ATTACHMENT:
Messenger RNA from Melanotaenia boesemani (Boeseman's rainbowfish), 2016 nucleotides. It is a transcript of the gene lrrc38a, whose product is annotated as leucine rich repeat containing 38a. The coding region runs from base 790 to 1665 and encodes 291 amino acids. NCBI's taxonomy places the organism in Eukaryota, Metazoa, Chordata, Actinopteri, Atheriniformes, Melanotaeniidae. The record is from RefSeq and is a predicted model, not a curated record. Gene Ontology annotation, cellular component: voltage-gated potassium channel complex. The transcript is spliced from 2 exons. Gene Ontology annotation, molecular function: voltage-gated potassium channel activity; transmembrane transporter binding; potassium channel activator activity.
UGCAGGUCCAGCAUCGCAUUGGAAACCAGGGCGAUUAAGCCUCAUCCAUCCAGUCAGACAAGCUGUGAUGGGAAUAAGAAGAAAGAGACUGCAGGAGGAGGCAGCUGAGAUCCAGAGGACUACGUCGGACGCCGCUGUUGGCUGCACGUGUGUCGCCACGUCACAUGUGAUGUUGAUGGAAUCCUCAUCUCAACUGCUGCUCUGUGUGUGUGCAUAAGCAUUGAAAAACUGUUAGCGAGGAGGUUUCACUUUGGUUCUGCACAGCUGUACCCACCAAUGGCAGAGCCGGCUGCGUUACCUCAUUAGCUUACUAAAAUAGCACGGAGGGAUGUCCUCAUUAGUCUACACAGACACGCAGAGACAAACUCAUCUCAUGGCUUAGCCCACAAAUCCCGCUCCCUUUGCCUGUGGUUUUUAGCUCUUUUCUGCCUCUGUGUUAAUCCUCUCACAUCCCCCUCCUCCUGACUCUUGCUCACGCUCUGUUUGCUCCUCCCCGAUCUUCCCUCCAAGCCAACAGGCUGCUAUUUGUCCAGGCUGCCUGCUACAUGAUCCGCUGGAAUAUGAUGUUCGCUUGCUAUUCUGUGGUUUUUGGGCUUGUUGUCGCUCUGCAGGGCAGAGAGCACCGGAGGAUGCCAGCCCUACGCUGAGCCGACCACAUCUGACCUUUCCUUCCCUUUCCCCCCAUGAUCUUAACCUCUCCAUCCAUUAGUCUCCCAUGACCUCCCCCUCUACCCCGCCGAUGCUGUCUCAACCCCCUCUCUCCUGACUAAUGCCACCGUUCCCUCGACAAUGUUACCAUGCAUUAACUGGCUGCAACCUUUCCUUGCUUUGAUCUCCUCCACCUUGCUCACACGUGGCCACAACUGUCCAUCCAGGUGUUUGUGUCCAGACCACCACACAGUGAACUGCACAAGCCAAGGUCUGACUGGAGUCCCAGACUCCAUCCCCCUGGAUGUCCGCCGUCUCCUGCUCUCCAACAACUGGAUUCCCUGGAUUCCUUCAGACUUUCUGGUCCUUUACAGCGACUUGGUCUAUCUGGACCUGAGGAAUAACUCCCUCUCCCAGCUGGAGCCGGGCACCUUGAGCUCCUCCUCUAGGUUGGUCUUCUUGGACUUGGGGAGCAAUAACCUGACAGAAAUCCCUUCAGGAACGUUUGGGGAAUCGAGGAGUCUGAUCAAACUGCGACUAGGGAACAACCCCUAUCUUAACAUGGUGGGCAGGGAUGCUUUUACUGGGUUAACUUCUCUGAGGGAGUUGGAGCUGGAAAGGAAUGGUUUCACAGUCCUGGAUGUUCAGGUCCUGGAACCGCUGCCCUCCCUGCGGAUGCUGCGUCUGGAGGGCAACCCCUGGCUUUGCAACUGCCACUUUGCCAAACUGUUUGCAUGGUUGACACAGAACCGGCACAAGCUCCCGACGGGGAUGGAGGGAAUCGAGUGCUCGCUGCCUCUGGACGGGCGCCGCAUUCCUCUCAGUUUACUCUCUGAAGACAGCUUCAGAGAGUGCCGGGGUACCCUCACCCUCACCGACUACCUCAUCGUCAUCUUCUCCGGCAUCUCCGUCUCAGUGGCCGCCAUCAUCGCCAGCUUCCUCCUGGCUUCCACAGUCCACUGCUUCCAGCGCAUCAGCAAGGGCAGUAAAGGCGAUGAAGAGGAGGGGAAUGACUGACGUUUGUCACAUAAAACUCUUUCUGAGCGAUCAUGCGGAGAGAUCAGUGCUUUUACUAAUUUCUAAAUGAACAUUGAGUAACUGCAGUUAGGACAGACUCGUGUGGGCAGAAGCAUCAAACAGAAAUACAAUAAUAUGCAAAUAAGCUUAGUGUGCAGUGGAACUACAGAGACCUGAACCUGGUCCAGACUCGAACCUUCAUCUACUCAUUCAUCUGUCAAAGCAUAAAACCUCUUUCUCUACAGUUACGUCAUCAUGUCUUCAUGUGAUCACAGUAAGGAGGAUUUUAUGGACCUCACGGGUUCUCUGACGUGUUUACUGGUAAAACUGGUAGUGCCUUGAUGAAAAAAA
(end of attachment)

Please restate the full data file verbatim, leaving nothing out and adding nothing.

Messenger RNA from Melanotaenia boesemani (Boeseman's rainbowfish), 2016 nucleotides. It is a transcript of the gene lrrc38a, whose product is annotated as leucine rich repeat containing 38a. The coding region runs from base 790 to 1665 and encodes 291 amino acids. NCBI's taxonomy places the organism in Eukaryota, Metazoa, Chordata, Actinopteri, Atheriniformes, Melanotaeniidae. The record is from RefSeq and is a predicted model, not a curated record. Gene Ontology annotation, cellular component: voltage-gated potassium channel complex. The transcript is spliced from 2 exons. Gene Ontology annotation, molecular function: voltage-gated potassium channel activity; transmembrane transporter binding; potassium channel activator activity.
UGCAGGUCCAGCAUCGCAUUGGAAACCAGGGCGAUUAAGCCUCAUCCAUCCAGUCAGACAAGCUGUGAUGGGAAUAAGAAGAAAGAGACUGCAGGAGGAGGCAGCUGAGAUCCAGAGGACUACGUCGGACGCCGCUGUUGGCUGCACGUGUGUCGCCACGUCACAUGUGAUGUUGAUGGAAUCCUCAUCUCAACUGCUGCUCUGUGUGUGUGCAUAAGCAUUGAAAAACUGUUAGCGAGGAGGUUUCACUUUGGUUCUGCACAGCUGUACCCACCAAUGGCAGAGCCGGCUGCGUUACCUCAUUAGCUUACUAAAAUAGCACGGAGGGAUGUCCUCAUUAGUCUACACAGACACGCAGAGACAAACUCAUCUCAUGGCUUAGCCCACAAAUCCCGCUCCCUUUGCCUGUGGUUUUUAGCUCUUUUCUGCCUCUGUGUUAAUCCUCUCACAUCCCCCUCCUCCUGACUCUUGCUCACGCUCUGUUUGCUCCUCCCCGAUCUUCCCUCCAAGCCAACAGGCUGCUAUUUGUCCAGGCUGCCUGCUACAUGAUCCGCUGGAAUAUGAUGUUCGCUUGCUAUUCUGUGGUUUUUGGGCUUGUUGUCGCUCUGCAGGGCAGAGAGCACCGGAGGAUGCCAGCCCUACGCUGAGCCGACCACAUCUGACCUUUCCUUCCCUUUCCCCCCAUGAUCUUAACCUCUCCAUCCAUUAGUCUCCCAUGACCUCCCCCUCUACCCCGCCGAUGCUGUCUCAACCCCCUCUCUCCUGACUAAUGCCACCGUUCCCUCGACAAUGUUACCAUGCAUUAACUGGCUGCAACCUUUCCUUGCUUUGAUCUCCUCCACCUUGCUCACACGUGGCCACAACUGUCCAUCCAGGUGUUUGUGUCCAGACCACCACACAGUGAACUGCACAAGCCAAGGUCUGACUGGAGUCCCAGACUCCAUCCCCCUGGAUGUCCGCCGUCUCCUGCUCUCCAACAACUGGAUUCCCUGGAUUCCUUCAGACUUUCUGGUCCUUUACAGCGACUUGGUCUAUCUGGACCUGAGGAAUAACUCCCUCUCCCAGCUGGAGCCGGGCACCUUGAGCUCCUCCUCUAGGUUGGUCUUCUUGGACUUGGGGAGCAAUAACCUGACAGAAAUCCCUUCAGGAACGUUUGGGGAAUCGAGGAGUCUGAUCAAACUGCGACUAGGGAACAACCCCUAUCUUAACAUGGUGGGCAGGGAUGCUUUUACUGGGUUAACUUCUCUGAGGGAGUUGGAGCUGGAAAGGAAUGGUUUCACAGUCCUGGAUGUUCAGGUCCUGGAACCGCUGCCCUCCCUGCGGAUGCUGCGUCUGGAGGGCAACCCCUGGCUUUGCAACUGCCACUUUGCCAAACUGUUUGCAUGGUUGACACAGAACCGGCACAAGCUCCCGACGGGGAUGGAGGGAAUCGAGUGCUCGCUGCCUCUGGACGGGCGCCGCAUUCCUCUCAGUUUACUCUCUGAAGACAGCUUCAGAGAGUGCCGGGGUACCCUCACCCUCACCGACUACCUCAUCGUCAUCUUCUCCGGCAUCUCCGUCUCAGUGGCCGCCAUCAUCGCCAGCUUCCUCCUGGCUUCCACAGUCCACUGCUUCCAGCGCAUCAGCAAGGGCAGUAAAGGCGAUGAAGAGGAGGGGAAUGACUGACGUUUGUCACAUAAAACUCUUUCUGAGCGAUCAUGCGGAGAGAUCAGUGCUUUUACUAAUUUCUAAAUGAACAUUGAGUAACUGCAGUUAGGACAGACUCGUGUGGGCAGAAGCAUCAAACAGAAAUACAAUAAUAUGCAAAUAAGCUUAGUGUGCAGUGGAACUACAGAGACCUGAACCUGGUCCAGACUCGAACCUUCAUCUACUCAUUCAUCUGUCAAAGCAUAAAACCUCUUUCUCUACAGUUACGUCAUCAUGUCUUCAUGUGAUCACAGUAAGGAGGAUUUUAUGGACCUCACGGGUUCUCUGACGUGUUUACUGGUAAAACUGGUAGUGCCUUGAUGAAAAAAA